NEW YORK — E-mail scams that "phish" for personal information may increase amid the current financial crisis, the Federal Trade Commission warned consumers Thursday.
Separately, the Federal Deposit Insurance Corporation said it has received numerous reports of a fraudulent e-mail that appears to be from the government agency. Its subject line reads, "Funds wired into your account are stolen."
"Scammers are taking advantage of upheavals in the financial marketplace to confuse consumers into parting with valuable personal information," the FTC said in an advisory note on its Web site.
Phishers send e-mails disguised as being from an official institution, such as a bank or mortgage company. The agency said consumers should take extra caution in responding to any e-mails that look as if they are from financial institutions because of the increased likelihood of scams.
"These messages may be from 'phishers' looking to use personal information — account numbers, passwords, Social Security numbers — to run up bills or commit other crimes in a consumer's name," the FTC said.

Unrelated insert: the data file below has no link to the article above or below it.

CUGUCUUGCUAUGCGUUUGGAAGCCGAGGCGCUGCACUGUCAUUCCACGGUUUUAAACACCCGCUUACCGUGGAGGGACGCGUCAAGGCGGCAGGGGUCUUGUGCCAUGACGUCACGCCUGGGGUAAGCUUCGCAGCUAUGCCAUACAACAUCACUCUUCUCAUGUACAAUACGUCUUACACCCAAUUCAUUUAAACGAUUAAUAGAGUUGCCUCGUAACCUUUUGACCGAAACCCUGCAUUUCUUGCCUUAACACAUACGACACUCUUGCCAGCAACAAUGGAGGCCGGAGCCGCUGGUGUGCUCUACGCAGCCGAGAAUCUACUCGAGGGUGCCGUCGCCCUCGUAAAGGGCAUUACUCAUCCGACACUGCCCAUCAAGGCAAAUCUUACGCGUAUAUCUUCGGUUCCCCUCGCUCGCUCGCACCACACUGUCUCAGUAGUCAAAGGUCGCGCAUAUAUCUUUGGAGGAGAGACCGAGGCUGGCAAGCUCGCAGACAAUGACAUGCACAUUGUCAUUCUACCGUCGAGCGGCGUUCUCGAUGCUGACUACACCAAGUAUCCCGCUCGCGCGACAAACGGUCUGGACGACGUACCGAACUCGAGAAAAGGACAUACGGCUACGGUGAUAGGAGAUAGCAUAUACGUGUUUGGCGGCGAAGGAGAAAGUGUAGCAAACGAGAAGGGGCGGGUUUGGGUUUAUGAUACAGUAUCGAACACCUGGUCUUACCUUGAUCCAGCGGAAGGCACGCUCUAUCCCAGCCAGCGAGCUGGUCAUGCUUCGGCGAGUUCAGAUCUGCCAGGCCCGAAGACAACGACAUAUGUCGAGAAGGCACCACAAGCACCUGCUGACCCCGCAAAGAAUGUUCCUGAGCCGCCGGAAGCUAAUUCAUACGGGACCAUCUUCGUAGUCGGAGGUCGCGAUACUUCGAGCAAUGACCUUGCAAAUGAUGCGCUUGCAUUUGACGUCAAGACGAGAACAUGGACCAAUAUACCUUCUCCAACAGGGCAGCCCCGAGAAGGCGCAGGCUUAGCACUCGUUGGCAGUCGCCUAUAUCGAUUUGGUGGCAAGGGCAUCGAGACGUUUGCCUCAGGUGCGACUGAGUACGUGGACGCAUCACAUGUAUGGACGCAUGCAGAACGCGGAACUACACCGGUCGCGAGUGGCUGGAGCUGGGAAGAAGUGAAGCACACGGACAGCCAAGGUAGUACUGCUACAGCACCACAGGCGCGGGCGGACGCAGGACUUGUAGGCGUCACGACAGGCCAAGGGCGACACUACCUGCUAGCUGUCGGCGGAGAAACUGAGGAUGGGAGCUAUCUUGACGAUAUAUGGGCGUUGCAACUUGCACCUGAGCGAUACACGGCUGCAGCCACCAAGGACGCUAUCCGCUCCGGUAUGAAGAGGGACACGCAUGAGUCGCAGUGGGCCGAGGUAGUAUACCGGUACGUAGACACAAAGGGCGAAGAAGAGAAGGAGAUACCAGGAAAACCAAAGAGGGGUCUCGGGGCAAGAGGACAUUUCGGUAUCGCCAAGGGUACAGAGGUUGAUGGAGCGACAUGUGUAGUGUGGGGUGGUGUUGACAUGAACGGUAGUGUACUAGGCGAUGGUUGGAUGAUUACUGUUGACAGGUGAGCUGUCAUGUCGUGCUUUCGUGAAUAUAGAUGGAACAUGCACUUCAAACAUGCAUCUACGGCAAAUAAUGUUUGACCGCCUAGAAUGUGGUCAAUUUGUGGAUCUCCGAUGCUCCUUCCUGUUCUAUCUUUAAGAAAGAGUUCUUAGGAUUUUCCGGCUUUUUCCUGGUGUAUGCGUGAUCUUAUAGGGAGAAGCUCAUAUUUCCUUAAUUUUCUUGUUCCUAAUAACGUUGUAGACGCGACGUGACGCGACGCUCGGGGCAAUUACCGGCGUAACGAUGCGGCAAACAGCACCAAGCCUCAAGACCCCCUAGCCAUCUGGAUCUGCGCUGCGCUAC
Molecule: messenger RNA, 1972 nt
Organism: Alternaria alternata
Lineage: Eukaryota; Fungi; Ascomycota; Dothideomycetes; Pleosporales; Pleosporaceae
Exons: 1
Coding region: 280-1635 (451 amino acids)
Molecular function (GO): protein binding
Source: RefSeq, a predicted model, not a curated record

That, according to the FDIC, is what the e-mail that appears to be sent from its offices attempts to do.
"Recipients should consider the intent of the executable file as a malicious attempt to collect personal or confidential information, some of which may be used to gain unauthorized access to online banking services or to conduct identity theft," FDIC said in a statement on its Web site.
Almost no banks or financial institutions request that type of information from their customers.
The FTC issued a guide to help consumers "stay on guard" against these types of scams. It can be read on the Web at: http://www.ftc.gov/bcp/edu/pubs/consumer/alerts/alt089.shtm
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